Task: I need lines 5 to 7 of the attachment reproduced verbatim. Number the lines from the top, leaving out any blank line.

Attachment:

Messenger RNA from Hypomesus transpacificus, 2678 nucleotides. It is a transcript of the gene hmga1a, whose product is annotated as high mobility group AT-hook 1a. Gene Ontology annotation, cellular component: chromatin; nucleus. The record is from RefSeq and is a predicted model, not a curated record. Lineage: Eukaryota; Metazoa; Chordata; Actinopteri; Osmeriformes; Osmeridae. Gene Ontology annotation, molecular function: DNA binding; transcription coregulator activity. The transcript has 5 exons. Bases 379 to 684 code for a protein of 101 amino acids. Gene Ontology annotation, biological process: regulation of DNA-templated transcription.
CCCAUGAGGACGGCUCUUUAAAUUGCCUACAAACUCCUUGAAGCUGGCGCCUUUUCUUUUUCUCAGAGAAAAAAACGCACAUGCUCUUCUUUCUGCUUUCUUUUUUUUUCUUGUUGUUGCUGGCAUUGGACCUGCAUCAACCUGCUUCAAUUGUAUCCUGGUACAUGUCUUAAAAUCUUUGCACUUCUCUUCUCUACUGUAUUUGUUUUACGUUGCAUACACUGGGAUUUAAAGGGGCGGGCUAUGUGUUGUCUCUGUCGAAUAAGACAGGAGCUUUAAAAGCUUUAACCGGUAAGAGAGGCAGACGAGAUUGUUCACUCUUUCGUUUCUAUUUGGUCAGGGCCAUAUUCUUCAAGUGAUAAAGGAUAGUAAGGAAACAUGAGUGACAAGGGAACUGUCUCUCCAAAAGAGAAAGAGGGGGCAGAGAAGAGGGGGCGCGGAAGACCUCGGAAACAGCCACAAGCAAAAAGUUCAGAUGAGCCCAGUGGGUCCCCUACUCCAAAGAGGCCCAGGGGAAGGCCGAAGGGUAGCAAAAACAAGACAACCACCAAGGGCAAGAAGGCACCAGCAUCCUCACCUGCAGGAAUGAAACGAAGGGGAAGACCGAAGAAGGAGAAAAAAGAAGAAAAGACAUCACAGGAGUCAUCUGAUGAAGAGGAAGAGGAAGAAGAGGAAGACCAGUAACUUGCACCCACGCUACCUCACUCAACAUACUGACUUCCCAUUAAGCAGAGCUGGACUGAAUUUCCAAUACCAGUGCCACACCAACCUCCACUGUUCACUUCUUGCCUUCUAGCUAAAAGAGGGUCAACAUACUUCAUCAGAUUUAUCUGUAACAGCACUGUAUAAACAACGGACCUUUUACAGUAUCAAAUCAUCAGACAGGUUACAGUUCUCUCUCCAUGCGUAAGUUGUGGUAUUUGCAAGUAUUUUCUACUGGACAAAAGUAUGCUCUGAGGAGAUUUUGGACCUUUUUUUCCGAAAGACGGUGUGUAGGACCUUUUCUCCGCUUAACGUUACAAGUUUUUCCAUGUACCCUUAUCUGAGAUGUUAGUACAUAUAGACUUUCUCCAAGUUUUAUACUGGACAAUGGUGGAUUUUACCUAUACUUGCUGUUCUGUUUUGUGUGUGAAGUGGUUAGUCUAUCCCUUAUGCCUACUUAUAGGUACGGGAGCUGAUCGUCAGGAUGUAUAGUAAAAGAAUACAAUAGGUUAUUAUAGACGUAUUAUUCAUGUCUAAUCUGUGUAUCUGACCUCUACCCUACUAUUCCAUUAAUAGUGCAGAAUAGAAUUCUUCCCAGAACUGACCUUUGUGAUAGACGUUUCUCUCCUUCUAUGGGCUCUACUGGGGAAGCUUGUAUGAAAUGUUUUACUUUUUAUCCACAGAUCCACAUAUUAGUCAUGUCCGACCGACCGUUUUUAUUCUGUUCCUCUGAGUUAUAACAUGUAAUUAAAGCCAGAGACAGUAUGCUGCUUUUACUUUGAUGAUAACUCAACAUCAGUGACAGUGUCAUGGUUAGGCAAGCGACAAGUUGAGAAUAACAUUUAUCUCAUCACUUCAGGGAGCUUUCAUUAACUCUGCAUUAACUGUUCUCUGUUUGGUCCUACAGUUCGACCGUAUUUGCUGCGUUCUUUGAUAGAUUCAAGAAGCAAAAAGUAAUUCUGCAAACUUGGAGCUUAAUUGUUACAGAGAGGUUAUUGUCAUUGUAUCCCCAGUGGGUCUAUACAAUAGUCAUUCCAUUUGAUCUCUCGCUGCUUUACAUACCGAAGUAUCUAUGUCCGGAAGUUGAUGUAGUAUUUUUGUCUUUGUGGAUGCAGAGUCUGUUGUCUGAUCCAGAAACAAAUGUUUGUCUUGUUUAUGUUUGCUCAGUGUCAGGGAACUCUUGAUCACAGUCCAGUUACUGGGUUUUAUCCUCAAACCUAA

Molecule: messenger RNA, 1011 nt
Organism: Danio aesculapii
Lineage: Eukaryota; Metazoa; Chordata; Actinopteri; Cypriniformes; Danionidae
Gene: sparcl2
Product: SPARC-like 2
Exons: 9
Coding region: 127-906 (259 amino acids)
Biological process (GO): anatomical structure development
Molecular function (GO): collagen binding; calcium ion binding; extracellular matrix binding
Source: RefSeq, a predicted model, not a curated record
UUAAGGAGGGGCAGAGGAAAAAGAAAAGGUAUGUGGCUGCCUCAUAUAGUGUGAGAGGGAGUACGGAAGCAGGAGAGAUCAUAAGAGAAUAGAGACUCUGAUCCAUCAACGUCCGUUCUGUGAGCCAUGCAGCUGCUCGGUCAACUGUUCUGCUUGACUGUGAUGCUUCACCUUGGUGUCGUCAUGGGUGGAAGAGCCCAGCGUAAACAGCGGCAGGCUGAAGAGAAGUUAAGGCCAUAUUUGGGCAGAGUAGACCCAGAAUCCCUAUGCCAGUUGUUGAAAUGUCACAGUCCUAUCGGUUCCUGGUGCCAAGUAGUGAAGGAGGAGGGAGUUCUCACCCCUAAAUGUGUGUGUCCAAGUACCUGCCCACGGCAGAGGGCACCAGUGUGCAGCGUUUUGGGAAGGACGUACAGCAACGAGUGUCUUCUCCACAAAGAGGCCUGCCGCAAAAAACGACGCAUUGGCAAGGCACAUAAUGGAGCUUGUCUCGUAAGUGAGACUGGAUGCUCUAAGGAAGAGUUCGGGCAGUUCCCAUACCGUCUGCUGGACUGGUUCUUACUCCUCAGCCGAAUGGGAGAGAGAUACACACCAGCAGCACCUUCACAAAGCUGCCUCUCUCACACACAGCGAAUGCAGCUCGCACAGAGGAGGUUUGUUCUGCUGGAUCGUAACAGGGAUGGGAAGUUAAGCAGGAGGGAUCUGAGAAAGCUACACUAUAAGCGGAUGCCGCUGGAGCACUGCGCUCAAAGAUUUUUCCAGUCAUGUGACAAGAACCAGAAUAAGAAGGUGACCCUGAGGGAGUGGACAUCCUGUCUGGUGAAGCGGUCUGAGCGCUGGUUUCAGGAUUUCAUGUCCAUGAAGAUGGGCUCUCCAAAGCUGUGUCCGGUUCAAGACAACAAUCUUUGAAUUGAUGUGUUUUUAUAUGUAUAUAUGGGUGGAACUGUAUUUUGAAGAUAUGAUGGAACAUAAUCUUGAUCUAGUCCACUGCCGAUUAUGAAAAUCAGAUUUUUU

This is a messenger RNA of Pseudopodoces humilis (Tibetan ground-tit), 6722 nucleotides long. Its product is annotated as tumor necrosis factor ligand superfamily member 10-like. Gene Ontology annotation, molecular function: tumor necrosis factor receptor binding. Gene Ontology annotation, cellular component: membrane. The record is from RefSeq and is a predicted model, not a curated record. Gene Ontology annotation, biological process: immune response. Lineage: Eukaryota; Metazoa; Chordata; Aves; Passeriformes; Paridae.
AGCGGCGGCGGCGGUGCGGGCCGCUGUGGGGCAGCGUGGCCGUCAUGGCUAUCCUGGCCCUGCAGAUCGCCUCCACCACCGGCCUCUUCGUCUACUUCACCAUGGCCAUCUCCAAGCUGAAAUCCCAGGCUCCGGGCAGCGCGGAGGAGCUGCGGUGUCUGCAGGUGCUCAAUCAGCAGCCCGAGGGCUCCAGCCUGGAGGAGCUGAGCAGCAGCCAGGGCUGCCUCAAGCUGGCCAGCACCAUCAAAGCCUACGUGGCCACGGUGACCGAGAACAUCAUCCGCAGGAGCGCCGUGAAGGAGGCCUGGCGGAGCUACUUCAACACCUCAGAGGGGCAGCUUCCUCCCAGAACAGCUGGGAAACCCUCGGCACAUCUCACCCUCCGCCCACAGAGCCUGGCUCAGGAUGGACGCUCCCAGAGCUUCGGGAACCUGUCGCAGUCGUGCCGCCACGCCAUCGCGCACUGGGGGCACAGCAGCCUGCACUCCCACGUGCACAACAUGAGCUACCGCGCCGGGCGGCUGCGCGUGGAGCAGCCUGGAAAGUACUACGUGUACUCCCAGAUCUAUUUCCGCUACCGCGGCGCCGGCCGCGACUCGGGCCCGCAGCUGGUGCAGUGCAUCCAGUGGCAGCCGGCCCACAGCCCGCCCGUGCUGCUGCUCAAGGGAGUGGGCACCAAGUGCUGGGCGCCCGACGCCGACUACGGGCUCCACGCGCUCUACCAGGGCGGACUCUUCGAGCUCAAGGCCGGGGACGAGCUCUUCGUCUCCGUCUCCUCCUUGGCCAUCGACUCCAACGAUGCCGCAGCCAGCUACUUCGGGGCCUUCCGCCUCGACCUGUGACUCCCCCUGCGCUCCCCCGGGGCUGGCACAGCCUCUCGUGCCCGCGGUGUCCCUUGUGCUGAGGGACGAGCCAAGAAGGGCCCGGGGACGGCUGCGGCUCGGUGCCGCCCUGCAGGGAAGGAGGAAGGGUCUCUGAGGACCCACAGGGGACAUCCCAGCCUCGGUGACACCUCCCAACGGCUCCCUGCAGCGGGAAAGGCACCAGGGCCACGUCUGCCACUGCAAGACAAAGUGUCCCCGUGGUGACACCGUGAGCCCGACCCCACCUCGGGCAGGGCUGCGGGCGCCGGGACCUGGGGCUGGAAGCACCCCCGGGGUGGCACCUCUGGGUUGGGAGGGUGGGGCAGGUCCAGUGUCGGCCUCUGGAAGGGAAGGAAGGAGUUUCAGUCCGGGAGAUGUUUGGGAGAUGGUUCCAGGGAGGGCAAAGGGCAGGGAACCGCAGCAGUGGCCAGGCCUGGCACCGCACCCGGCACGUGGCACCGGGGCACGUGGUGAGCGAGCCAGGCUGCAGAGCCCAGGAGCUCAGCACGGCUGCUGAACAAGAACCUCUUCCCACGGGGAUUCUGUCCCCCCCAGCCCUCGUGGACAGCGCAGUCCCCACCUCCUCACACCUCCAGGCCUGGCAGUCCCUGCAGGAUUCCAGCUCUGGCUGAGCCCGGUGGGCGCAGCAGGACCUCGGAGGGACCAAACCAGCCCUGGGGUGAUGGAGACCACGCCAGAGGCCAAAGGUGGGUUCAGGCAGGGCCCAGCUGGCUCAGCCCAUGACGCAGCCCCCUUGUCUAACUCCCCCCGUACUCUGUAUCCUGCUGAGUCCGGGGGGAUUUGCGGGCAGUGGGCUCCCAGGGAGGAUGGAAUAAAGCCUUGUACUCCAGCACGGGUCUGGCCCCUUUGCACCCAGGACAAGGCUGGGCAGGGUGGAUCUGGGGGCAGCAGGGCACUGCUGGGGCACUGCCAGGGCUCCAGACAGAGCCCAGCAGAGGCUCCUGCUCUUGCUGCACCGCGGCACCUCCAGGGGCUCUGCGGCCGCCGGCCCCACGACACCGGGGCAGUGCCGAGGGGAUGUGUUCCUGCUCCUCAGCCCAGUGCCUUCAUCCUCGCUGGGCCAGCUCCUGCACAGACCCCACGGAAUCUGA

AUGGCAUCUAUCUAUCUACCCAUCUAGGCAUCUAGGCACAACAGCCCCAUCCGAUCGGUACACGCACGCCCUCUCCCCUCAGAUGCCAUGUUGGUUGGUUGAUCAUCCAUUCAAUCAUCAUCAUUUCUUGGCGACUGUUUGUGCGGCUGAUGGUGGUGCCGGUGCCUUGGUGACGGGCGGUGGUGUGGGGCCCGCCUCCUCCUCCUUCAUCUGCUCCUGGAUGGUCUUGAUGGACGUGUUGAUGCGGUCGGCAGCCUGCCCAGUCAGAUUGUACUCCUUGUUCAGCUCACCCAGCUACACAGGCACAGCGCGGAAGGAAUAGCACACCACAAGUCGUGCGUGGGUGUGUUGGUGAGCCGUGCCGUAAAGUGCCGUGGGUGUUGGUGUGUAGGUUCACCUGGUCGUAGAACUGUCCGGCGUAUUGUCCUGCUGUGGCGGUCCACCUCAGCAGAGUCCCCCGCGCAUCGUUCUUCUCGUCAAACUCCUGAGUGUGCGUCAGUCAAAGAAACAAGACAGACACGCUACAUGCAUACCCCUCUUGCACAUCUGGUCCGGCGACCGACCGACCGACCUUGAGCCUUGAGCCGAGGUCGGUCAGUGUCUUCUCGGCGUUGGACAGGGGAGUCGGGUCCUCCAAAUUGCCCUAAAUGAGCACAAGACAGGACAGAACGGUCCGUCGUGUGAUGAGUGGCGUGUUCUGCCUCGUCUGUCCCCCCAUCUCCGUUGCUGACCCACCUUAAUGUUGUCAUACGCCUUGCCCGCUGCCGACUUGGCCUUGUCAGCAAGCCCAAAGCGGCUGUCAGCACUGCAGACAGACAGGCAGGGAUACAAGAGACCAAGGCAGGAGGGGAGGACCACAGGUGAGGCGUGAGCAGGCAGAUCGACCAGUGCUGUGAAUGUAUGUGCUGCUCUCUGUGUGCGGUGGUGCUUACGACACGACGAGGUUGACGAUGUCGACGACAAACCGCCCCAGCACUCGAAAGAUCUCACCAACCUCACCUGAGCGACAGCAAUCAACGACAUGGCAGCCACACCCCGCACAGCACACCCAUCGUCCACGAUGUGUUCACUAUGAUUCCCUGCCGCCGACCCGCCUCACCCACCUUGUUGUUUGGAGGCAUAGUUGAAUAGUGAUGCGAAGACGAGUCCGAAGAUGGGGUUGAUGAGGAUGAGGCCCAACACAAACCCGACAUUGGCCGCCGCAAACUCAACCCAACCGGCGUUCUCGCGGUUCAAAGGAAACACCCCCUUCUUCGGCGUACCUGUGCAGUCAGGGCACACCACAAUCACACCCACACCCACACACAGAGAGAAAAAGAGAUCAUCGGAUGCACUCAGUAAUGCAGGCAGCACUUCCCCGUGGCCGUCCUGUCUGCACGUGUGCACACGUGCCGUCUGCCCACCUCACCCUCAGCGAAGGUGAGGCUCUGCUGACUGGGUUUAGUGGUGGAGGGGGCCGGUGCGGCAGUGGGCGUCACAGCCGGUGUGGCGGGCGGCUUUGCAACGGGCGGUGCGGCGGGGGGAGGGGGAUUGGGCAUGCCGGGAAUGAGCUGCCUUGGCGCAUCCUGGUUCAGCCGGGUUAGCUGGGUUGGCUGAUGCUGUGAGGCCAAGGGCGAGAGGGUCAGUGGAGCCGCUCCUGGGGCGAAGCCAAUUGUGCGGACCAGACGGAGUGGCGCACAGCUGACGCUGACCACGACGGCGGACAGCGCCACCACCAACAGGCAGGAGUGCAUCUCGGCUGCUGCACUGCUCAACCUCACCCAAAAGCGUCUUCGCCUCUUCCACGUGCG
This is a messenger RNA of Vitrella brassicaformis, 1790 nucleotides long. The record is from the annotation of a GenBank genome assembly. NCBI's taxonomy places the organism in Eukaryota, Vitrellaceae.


Lineage: Eukaryota; Metazoa; Chordata; Actinopteri; Cypriniformes; Danionidae
Gene: sparcl2
Product: SPARC-like 2